While some features remain exclusive to the Plex Pass, most features are now accessible to everyone. If you’re already using the Plex app on the free tier to listen to music, I’d highly recommend switching to Plexamp especially if you have a large personal music library.
For those unfamiliar, Plexamp requires a connection to a Plex personal media server. This could be your own server or one shared with you by a friend. The app also integrates with the Tidal music service.
Plexamp supports most of the popular music formats out there including large lossless FLAC audio files. I’ve been on a personal mission to store all my CDs from the ’90s in lossless Flac format on my Plex server. The audio quality is significantly better than the compressed tracks on other platforms.
One of the standout features of Plexamp is its focus on music discovery. It’s designed to help you find and enjoy tracks from your library that you might have forgotten about. There’s a unique “stations” feature that lets you listen to the oldest tracks in your library and then progresses to newer ones. There are also mood-based and decade-based stations, allowing you to tailor your listening experience based on your current mood or nostalgia.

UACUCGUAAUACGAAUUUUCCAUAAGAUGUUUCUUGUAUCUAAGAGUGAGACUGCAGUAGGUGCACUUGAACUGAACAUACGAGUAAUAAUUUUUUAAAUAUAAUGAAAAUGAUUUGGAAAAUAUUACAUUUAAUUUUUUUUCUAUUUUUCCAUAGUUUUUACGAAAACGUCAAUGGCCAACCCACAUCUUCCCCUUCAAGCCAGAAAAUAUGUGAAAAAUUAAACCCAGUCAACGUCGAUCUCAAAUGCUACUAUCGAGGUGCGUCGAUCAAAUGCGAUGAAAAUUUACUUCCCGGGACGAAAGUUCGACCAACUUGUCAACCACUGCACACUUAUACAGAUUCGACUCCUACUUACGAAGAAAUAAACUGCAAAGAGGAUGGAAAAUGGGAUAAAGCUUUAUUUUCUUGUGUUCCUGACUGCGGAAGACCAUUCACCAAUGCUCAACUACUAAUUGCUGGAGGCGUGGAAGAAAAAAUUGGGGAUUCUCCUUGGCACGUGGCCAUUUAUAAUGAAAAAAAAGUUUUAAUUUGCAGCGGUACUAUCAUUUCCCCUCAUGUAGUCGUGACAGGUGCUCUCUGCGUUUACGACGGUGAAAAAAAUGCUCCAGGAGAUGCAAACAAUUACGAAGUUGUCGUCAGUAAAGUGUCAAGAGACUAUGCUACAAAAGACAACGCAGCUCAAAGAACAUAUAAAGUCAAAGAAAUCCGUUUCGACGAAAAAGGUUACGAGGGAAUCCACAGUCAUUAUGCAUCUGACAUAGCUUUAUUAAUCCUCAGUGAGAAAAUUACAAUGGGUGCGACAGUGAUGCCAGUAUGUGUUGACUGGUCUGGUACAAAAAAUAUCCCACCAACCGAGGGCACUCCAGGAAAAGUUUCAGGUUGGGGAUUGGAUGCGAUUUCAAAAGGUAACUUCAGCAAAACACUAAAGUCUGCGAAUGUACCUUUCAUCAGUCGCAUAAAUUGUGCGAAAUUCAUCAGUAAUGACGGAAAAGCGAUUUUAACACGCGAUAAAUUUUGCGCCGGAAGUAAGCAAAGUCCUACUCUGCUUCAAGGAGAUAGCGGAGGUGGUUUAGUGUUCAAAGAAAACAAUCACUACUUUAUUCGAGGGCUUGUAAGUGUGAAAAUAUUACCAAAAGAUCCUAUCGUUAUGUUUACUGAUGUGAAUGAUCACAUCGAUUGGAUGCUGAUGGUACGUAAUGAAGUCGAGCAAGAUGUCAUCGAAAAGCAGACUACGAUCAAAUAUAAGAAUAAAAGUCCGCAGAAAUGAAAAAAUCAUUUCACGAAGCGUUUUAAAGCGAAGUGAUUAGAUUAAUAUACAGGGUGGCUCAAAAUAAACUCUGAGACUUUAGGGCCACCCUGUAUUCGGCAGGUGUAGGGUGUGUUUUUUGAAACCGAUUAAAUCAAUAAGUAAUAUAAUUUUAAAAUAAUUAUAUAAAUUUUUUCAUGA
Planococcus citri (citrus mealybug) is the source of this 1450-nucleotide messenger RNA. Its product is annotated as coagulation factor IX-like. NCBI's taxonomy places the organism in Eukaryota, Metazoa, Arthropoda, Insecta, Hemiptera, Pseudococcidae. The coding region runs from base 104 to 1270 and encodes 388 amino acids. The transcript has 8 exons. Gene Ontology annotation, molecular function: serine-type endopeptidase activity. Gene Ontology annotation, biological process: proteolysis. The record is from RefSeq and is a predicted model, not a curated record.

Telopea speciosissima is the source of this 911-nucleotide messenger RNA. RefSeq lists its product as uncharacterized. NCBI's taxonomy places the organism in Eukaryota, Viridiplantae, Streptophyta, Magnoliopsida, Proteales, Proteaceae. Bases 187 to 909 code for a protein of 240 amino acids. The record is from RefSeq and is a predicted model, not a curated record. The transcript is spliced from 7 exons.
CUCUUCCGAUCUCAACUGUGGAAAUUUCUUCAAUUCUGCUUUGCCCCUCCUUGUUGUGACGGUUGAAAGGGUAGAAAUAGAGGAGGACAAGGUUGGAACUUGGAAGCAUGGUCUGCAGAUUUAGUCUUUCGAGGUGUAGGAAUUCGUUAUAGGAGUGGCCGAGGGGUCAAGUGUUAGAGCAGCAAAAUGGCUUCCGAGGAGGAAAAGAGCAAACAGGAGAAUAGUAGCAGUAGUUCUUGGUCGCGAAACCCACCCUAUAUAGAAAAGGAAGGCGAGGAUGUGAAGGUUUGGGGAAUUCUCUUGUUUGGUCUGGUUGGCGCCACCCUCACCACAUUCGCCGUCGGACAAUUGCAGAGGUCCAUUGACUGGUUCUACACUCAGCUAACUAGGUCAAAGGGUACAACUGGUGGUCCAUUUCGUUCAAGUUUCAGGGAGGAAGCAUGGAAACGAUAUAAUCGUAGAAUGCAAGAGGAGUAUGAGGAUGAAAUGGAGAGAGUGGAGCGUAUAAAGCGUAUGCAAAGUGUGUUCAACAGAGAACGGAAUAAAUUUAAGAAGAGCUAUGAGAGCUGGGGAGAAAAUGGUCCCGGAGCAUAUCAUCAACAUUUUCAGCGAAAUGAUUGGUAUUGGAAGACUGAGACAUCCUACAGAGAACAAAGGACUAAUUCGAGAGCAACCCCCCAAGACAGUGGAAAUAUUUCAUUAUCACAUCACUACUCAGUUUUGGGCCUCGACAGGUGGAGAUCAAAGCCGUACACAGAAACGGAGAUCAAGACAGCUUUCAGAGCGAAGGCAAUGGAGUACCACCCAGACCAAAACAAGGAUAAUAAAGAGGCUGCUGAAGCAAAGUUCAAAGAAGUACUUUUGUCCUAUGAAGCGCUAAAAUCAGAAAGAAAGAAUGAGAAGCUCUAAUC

The app displays a visualization of the song’s waveform, and you can jump to different parts of the track with ease. There are also some cool visualizations that sync with the music, adding a visual element to your auditory experience.
However, there are some limitations on the free tier. For instance, offline playback isn’t available, meaning you need to be online to use Plexamp. Some advanced features, like the artist mix builder, are also locked behind the Plex Pass. But the free version does offer a lot, including the ability to transcode audio, which is especially useful if you’re trying to save on bandwidth while streaming on the go.
Plexamp is available on multiple platforms, including iOS, Android, macOS, Windows, and Linux. The Android and iOS versions work with Android Auto and Carplay respectively. There’s also a “headless” version for the Raspberry Pi, which I’ll delve into in a future post. And for those who want to cast their music, the free tier allows you to send audio to any Chromecast-compatible device.
If you haven’t played around with Plexamp yet, give it a try!